weather unavailableweather unavailable
Make us your home page

Today’s top headlines delivered to you daily.

(View our Privacy Policy)

What's next for Snack Shack?

MADEIRA BEACH — A growing number of city leaders favor moving the controversial Snack Shack log cabin from Archibald Park to the city-owned South Beach park opposite John's Pass Village.

Such a move was not addressed in a special citizens committee's report to the commission last week on the future of the 1930s-era building. But it's an option some officials are considering.

"At a time we are laying people off, we are worrying about a silly building that will not generate one dime of revenue," Vice Mayor Steve Kochick said.

Mayor Pat Shontz argued that voters wanted the city to "preserve" the Snack Shack, but did not address whether it could be moved to another location.

"We need to load it on a truck and haul it down to John's Pass where the city has control," Shontz said. "We can rent it, and use it as concession without a problem there."

She suggested the city replace it with a "nice bunch of palm trees" at Archibald Park "as a nice entrance to our city."

Commissioner Terry Lister, who was unable to attend the workshop discussion, also is on record as in favor of moving the Snack Shack out of Archibald Park.

The city acquired the beachfront park from the U.S. Department of the Interior in 1972 and has since operated it as a public park. The Snack Shack was operated for years by a veterans group.

The historic log cabin cost the city $500,000 to settle a lawsuit with a concessionaire several years ago, when the city's efforts to convert the building to a destination restaurant were blocked by the federal government.

When the city then considered tearing the building down, a voter referendum blocked that action.

The building has since been minimally refurbished to bring it up to building code requirements, but has remained closed to the public.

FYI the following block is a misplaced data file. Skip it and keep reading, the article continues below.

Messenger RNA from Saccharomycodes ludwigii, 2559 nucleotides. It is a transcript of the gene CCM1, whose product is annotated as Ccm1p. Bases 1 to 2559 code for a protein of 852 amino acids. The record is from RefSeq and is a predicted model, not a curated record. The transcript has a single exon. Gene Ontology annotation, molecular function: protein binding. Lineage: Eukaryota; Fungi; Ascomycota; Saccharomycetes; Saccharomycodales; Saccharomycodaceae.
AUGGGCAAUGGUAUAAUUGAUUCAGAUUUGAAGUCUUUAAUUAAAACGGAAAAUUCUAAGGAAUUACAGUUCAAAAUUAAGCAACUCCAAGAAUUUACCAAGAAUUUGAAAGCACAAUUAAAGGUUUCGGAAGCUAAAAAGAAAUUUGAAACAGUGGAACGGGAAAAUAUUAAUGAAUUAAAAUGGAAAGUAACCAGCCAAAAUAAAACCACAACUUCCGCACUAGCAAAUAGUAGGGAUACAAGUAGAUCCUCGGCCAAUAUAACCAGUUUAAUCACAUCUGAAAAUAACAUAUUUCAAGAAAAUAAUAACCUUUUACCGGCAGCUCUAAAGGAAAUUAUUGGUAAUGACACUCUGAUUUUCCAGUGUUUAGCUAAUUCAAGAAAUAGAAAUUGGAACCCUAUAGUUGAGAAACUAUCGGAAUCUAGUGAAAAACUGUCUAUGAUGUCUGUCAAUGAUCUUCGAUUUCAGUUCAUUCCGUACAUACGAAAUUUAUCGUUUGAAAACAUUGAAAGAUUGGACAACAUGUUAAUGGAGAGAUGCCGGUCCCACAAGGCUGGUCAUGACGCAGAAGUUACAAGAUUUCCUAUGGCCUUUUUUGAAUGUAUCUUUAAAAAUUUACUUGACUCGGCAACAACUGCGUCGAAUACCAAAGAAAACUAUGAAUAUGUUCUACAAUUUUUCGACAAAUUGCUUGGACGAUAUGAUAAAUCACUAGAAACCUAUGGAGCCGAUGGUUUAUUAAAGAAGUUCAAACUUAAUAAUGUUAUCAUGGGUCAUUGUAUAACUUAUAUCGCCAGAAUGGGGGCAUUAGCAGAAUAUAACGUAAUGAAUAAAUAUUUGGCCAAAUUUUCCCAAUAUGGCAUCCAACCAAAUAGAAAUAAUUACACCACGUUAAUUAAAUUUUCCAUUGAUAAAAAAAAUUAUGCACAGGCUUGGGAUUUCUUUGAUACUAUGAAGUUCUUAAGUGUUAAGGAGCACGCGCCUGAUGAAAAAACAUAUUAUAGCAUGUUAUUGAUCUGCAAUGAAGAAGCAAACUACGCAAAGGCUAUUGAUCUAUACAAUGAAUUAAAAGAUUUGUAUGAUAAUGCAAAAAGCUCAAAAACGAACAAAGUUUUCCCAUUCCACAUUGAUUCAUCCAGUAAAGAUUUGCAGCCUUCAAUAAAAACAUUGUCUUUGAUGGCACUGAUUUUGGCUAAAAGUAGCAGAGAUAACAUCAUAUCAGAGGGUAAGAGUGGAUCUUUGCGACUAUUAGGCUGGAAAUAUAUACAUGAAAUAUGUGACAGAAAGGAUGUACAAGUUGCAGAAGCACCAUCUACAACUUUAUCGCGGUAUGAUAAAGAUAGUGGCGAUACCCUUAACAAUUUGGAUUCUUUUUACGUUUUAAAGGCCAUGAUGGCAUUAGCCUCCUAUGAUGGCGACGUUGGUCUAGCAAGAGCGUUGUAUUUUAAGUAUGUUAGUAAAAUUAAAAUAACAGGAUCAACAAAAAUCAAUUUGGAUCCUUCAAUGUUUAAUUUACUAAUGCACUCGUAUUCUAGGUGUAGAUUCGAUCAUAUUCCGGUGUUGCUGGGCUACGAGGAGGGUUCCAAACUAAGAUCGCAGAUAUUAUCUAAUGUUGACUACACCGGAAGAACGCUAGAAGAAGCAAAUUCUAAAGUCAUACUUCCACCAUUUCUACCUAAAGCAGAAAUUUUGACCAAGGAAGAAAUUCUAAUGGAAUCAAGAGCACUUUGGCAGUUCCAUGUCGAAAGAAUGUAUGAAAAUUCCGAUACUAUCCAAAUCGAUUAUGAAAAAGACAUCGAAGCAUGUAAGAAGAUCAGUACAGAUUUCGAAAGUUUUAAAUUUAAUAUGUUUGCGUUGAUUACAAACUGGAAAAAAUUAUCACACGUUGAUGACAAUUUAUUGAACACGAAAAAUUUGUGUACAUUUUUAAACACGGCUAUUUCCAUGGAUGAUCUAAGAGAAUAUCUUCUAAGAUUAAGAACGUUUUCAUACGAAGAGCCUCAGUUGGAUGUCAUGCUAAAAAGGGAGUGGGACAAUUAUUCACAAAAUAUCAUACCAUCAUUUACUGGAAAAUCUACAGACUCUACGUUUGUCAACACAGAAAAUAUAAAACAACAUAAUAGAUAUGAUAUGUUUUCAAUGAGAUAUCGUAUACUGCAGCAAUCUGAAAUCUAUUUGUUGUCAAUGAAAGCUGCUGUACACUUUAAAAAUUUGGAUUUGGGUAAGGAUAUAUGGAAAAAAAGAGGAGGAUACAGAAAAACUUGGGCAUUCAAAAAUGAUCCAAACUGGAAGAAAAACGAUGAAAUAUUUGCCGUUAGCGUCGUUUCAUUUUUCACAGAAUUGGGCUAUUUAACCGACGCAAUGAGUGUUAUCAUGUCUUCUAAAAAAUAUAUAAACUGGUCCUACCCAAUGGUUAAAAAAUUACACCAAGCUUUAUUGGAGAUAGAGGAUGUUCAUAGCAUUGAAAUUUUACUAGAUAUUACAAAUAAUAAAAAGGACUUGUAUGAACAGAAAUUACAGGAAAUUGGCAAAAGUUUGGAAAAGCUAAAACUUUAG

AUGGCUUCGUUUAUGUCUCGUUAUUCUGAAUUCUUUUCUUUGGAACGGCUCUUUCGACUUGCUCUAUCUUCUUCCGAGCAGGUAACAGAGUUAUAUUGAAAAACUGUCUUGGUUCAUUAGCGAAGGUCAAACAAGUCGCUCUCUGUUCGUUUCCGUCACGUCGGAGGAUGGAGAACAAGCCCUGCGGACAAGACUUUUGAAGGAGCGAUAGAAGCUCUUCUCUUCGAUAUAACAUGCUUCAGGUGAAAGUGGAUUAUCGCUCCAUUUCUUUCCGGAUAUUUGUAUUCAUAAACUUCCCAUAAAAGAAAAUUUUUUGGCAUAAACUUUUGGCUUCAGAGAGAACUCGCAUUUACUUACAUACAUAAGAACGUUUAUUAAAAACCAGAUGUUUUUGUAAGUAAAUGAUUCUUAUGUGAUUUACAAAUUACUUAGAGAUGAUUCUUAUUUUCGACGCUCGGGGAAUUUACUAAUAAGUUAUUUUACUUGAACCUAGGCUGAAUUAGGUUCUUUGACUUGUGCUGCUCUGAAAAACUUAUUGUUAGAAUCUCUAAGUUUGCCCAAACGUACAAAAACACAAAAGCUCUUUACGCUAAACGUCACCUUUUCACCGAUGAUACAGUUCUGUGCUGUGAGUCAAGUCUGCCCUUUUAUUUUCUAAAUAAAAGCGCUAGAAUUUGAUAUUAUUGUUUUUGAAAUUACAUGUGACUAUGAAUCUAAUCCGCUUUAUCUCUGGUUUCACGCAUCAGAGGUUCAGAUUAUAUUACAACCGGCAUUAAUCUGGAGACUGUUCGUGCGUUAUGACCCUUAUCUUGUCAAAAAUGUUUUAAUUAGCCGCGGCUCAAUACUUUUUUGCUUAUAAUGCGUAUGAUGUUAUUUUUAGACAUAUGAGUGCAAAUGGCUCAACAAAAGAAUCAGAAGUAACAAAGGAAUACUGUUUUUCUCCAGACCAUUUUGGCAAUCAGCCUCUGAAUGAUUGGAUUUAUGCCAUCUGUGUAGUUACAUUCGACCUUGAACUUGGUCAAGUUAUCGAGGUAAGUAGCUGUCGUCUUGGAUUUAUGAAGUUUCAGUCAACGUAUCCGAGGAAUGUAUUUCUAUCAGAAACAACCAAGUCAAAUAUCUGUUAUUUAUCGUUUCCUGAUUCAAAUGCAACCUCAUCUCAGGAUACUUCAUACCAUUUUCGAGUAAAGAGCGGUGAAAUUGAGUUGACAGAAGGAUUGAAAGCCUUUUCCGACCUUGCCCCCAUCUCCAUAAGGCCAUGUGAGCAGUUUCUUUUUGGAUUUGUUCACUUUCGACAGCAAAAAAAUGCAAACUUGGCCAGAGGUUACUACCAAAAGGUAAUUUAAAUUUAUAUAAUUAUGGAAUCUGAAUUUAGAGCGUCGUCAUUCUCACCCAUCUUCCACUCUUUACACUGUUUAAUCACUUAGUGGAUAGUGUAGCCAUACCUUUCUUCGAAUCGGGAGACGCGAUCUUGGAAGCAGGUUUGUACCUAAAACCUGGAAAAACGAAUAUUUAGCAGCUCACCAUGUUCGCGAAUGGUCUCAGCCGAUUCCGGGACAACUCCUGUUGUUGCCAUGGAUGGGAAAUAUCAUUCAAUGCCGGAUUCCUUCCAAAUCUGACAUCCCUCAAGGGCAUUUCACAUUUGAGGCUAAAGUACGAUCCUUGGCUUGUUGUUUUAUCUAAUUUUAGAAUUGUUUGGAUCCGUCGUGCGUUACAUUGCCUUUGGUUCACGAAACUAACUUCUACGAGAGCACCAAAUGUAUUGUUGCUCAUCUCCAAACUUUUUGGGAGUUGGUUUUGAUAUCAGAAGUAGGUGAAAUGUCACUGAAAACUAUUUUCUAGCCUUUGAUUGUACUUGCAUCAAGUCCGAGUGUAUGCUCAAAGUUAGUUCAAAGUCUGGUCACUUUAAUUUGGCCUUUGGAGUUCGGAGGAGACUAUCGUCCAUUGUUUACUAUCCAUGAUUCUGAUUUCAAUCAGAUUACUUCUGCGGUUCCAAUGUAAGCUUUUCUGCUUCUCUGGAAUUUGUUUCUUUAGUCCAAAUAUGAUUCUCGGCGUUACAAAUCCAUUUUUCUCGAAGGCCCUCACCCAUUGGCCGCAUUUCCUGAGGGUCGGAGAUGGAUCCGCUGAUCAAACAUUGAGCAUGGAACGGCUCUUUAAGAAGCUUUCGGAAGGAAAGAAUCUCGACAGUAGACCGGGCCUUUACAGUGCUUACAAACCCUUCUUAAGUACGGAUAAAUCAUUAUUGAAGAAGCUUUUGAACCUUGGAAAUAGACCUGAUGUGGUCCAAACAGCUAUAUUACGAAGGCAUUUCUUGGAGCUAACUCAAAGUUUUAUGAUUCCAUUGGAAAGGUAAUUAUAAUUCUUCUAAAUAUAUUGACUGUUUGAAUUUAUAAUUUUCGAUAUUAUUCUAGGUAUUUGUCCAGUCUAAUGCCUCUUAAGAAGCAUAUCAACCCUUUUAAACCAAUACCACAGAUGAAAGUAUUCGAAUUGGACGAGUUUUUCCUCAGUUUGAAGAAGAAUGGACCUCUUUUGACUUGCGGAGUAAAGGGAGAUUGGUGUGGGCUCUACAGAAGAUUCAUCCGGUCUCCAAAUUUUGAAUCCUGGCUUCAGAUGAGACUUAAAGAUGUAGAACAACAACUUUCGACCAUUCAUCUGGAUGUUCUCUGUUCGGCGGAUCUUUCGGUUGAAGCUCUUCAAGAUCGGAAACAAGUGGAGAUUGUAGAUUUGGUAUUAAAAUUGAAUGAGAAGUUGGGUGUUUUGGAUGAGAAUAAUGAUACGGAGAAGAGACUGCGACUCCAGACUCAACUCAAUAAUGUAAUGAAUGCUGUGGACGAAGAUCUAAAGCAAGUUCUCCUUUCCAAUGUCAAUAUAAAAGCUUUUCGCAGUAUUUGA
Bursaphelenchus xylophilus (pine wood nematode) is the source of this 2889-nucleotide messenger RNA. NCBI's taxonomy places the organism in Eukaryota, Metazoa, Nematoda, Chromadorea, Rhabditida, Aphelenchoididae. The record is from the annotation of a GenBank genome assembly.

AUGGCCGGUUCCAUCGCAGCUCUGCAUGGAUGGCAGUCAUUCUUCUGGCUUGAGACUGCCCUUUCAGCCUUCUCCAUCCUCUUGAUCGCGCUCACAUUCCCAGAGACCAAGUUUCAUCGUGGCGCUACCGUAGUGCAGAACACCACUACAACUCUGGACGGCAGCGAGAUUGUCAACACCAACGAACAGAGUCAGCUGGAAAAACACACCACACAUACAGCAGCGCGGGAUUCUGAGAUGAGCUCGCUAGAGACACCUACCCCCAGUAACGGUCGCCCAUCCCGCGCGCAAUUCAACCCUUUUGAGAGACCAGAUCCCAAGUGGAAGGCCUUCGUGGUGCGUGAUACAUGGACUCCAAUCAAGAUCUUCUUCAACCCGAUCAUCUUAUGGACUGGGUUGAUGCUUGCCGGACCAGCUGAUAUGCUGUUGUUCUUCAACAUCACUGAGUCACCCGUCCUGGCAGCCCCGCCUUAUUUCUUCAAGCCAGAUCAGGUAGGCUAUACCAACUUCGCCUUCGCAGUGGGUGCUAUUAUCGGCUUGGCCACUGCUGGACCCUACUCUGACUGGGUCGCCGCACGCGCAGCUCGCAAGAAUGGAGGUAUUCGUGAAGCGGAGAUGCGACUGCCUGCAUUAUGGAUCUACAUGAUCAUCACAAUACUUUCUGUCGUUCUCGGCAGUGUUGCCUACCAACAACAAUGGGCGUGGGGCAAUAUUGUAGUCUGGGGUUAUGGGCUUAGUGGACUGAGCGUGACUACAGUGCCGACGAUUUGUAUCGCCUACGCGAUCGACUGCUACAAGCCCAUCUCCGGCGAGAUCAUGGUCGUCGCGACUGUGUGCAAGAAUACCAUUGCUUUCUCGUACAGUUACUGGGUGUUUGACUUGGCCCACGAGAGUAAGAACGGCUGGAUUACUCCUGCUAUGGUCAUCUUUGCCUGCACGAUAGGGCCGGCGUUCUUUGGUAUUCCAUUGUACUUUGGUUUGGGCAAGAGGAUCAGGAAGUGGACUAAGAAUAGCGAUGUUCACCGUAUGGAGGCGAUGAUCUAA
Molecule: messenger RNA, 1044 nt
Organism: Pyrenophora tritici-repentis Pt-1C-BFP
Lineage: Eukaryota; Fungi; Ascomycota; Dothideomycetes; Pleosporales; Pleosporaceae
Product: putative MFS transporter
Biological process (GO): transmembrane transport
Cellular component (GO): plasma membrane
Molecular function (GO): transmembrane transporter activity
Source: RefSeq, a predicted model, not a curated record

Alex Archibald, heir to one of the original property owners who donated the park to the federal government in the 1930s, continues to threaten to sue the city if it allows any commercial activity in the park.

The ad hoc citizens' committee, which began meeting last January, recommended the building be used again as a snack shack, as well as for other uses such as historic and art exhibits, a tourist information center, and a rental facility for birthdays, weddings and similar events.

"The overwhelming feedback from citizens was to have the building used as a snack shack," said committee member Kevin Connolly.

The group also called for rebuilding a deck where beach visitors could eat and gather outdoors. Outdoor eating would discourage future expansion into a destination restaurant, according to the committee.

"Our biggest concern is that we are really shooting ourselves in the foot in contracting with someone to use the building as a snack shack," acknowledged John Hendricks, a member of the ad hoc committee, who said he is concerned the city could be sued by the Archibald family.

When Kochick argued the building "does nothing" to enhance the beach park, Commissioner Nancy Oatley countered that "voters felt differently" when they overwhelmingly opted to preserve the log cabin.

However, City Attorney Michael Connolly stressed the referendum involved "only an ordinance, not an amendment to city charter."

The City Commission, he said, can modify, change or rescind the ordinance protecting the Snack Shack at any time.

"What you have is a political issue," the attorney said. "You have to decide what 70 percent of the voters intended."

In the end, no decision was made, pending future discussion with a full commission.

What's next for Snack Shack? 08/11/09 [Last modified: Tuesday, August 11, 2009 5:20pm]
Photo reprints | Article reprints

© 2017 Tampa Bay Times


Join the discussion: Click to view comments, add yours